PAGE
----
In the late 16th century the area now known as East Frisia and Emsland and the people that lived there were referred to as "Muffe". At the time that the Netherlands were by far the richest country in the whole of Europe, and these people were looked down upon greatly by the Dutch. The area of Western Lower Saxony was at that time very poor and a good source for many Dutch people looking for cheap labour. The inhabitants of this region were known to be rather reserved and were often described as "grumpy", "rude" and "unsophisticated" by the Dutch. Later the term was used to describe the whole of Germany, which, at the time, wasn't much better off economically than Western Lower Saxony, mainly due to the various wars waged on its territory by foreign powers. The term seemed to have died out around 1900 but returned following the German invasion of the Netherlands in 1940.
In Romanian, a typical term for a German person is a "neamț", probably derived from the Hungarian "niemcy".
In Early Modern Spanish (for example in Don Quixote), tudescos (cognate with Deutsch and the Italian tedeschi) was used sometimes as a general name for Germans and sometimes restricted to Lower Saxony.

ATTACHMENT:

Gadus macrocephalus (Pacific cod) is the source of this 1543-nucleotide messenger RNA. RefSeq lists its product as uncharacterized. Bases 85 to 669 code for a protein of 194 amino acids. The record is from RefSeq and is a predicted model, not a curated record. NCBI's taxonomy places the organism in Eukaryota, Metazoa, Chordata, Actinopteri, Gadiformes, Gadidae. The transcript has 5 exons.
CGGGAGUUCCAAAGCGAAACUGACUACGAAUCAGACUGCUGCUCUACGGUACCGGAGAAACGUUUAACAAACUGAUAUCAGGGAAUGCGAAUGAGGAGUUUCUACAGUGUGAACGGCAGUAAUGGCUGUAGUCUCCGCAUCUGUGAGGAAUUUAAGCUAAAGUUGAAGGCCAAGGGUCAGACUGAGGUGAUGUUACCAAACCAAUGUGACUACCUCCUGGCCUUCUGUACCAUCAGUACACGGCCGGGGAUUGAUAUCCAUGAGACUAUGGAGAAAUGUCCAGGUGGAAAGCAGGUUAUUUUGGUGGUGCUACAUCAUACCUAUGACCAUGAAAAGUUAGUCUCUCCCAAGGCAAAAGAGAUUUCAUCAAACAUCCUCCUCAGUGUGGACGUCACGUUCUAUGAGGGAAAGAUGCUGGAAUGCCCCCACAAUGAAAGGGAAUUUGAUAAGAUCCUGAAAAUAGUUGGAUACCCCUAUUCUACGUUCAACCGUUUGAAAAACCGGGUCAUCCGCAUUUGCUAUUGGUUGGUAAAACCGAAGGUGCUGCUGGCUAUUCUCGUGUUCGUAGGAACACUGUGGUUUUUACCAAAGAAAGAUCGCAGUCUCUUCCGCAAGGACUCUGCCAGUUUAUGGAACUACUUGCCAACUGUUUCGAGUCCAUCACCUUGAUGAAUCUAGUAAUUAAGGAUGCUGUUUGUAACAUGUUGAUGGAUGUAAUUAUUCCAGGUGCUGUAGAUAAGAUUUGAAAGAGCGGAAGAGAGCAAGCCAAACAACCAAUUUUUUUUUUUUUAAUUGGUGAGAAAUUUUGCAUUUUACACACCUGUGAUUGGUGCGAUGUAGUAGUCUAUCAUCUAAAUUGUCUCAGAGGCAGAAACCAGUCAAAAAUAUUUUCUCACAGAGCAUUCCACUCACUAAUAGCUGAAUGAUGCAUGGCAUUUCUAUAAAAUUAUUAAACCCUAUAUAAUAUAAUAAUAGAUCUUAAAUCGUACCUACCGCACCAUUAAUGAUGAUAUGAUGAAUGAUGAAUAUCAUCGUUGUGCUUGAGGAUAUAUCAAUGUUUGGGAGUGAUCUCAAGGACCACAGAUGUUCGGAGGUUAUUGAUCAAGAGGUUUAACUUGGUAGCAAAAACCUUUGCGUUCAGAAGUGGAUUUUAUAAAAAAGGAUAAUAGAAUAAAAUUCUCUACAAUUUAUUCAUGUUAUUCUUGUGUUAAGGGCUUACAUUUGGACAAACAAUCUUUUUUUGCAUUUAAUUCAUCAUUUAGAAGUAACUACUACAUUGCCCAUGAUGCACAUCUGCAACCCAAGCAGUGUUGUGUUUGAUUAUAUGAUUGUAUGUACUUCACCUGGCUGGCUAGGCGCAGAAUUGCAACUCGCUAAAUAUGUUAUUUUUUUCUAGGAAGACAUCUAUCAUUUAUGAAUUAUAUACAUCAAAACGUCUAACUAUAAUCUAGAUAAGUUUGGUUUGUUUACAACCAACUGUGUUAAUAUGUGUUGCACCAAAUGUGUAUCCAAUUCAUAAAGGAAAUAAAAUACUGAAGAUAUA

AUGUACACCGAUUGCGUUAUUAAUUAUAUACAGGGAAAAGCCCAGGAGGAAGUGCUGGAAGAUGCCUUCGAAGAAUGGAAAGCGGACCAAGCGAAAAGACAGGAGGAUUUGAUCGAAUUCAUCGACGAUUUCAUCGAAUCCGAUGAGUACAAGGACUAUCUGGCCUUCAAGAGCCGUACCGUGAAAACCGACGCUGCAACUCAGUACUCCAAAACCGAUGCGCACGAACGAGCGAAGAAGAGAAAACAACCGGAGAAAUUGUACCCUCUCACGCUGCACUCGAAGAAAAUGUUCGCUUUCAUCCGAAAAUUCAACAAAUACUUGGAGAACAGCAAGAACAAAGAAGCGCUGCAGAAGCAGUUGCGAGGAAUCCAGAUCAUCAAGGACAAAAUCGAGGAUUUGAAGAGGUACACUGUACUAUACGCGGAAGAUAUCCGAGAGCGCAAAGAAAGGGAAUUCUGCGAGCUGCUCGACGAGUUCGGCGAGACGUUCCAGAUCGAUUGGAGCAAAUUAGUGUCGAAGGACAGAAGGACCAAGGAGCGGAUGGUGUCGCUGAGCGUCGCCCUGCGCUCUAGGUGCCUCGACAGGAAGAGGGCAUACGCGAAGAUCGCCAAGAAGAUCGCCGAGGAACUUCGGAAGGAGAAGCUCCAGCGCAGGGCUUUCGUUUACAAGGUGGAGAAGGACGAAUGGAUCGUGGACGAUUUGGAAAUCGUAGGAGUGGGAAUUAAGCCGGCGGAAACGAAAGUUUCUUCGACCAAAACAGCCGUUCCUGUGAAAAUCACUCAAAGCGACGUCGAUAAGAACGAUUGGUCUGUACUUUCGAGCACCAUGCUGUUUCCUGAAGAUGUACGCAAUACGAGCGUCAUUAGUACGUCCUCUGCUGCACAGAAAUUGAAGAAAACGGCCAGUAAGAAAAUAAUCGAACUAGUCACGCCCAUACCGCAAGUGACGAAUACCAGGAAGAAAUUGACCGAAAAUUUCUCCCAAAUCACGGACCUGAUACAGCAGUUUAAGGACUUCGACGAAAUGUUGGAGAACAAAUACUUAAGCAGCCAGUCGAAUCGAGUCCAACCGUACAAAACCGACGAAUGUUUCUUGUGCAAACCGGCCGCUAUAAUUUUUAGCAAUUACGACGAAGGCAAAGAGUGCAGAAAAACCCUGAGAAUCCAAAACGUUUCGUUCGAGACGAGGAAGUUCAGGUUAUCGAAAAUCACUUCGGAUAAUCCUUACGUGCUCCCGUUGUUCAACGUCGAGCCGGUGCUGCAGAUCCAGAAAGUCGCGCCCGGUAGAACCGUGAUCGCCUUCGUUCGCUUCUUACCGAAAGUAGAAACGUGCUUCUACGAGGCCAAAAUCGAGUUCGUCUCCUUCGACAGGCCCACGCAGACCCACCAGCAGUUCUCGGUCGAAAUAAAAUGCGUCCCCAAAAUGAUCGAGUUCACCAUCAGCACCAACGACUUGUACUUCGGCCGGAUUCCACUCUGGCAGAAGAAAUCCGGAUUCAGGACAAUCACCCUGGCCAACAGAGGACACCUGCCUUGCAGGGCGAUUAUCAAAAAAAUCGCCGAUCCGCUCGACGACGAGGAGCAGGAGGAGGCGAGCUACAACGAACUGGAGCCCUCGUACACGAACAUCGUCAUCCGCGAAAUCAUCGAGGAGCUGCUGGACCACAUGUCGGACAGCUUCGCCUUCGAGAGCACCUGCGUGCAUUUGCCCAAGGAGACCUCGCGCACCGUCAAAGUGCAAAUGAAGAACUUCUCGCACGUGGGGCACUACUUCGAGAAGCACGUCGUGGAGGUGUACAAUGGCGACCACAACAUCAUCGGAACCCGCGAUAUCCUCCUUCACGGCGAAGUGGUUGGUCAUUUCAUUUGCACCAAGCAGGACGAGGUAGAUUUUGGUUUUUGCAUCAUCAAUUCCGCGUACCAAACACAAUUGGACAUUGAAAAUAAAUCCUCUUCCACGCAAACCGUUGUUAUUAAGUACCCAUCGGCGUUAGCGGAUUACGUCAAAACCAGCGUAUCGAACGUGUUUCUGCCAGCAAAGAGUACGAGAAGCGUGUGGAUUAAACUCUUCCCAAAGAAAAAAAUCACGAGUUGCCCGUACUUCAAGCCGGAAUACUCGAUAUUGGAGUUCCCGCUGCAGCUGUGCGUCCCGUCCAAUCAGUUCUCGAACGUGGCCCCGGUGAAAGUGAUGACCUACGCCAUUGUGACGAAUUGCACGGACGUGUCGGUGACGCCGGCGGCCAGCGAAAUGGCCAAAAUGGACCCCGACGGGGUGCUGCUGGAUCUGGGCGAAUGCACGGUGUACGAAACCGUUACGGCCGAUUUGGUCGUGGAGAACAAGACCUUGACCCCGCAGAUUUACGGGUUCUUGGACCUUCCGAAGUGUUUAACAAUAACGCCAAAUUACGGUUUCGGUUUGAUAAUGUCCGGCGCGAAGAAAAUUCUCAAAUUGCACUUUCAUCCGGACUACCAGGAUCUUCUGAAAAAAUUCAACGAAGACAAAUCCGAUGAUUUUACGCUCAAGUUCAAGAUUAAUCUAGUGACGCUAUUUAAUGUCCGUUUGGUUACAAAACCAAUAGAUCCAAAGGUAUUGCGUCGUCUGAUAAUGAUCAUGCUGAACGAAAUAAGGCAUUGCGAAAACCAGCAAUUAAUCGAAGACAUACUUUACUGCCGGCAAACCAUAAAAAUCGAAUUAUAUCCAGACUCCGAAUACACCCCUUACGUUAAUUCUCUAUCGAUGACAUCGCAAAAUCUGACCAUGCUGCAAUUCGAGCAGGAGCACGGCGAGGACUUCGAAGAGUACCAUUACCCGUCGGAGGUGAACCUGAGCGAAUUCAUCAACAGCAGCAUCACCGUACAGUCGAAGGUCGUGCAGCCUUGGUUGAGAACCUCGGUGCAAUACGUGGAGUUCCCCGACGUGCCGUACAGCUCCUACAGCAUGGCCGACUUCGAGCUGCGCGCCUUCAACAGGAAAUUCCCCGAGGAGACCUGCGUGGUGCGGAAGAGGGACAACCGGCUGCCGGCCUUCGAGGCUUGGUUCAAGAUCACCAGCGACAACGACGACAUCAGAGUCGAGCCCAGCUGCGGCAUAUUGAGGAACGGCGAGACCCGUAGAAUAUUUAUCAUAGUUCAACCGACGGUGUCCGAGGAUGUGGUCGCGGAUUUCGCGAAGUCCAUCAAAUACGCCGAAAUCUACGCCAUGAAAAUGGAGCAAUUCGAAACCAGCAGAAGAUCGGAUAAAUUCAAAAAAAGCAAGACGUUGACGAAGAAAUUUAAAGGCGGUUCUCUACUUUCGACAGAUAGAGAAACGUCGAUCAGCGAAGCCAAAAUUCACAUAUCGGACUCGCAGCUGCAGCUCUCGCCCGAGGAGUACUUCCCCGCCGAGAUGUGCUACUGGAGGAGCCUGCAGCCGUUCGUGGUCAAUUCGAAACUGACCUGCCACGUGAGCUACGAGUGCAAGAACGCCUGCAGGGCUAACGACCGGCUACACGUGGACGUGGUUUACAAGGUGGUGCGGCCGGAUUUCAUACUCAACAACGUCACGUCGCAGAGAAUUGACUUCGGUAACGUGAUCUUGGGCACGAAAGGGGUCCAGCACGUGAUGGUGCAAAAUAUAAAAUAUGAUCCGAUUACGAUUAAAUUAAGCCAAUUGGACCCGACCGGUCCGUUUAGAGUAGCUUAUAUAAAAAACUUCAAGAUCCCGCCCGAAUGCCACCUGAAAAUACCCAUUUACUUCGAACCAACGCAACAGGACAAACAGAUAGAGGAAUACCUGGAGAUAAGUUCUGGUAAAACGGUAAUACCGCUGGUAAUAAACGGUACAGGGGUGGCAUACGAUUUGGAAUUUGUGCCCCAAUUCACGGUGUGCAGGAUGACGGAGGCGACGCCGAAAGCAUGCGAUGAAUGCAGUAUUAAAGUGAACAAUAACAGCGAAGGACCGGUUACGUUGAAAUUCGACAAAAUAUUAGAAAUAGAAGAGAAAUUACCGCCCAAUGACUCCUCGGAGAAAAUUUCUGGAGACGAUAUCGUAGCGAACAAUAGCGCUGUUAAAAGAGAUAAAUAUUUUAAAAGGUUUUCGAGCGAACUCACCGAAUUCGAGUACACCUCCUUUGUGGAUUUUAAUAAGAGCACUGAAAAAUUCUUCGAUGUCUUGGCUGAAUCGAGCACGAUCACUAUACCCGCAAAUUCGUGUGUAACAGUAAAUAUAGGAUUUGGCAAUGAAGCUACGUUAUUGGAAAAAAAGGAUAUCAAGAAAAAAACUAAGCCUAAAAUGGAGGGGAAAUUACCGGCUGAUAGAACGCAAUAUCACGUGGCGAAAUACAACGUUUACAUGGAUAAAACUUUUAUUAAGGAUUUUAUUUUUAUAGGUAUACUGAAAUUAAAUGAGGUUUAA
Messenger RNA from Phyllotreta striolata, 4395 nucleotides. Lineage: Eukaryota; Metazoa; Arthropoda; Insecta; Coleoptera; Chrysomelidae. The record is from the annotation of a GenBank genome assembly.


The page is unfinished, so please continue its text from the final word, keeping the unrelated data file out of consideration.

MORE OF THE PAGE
German for rubber-neck. The term has been verified to be in use since the 1970s at least. Its actual meaning is subject to debate. Theories include the stereotype of Germans talking too much or nodding their heads endlessly when listening to superiors.
The term "Ossi" (derived from the German word Osten which means east) is used in Germany for people who were born or live in the area of the former German Democratic Republic.
The term "Wessi" (derived from the German word Westen which means west) is used in Germany for people who were born or live in the old states of Germany. Sometimes it's also modified to "Besserwessi" (from the German word Besserwisser which means Know-it-all) which reflects the stereotype that people from the Western part of Germany would be arrogant.
In 2010 there was a lawsuit in Germany because a job applicant was declined with the hint "Ossi" and a minus on her application documents. A German court decided that this would be a discrimination but not because of ethnic reasons, since East Germans are no ethnicity.
- Offensive terms per nationality
- Anti-German sentiment
- German language
- Hans Strudel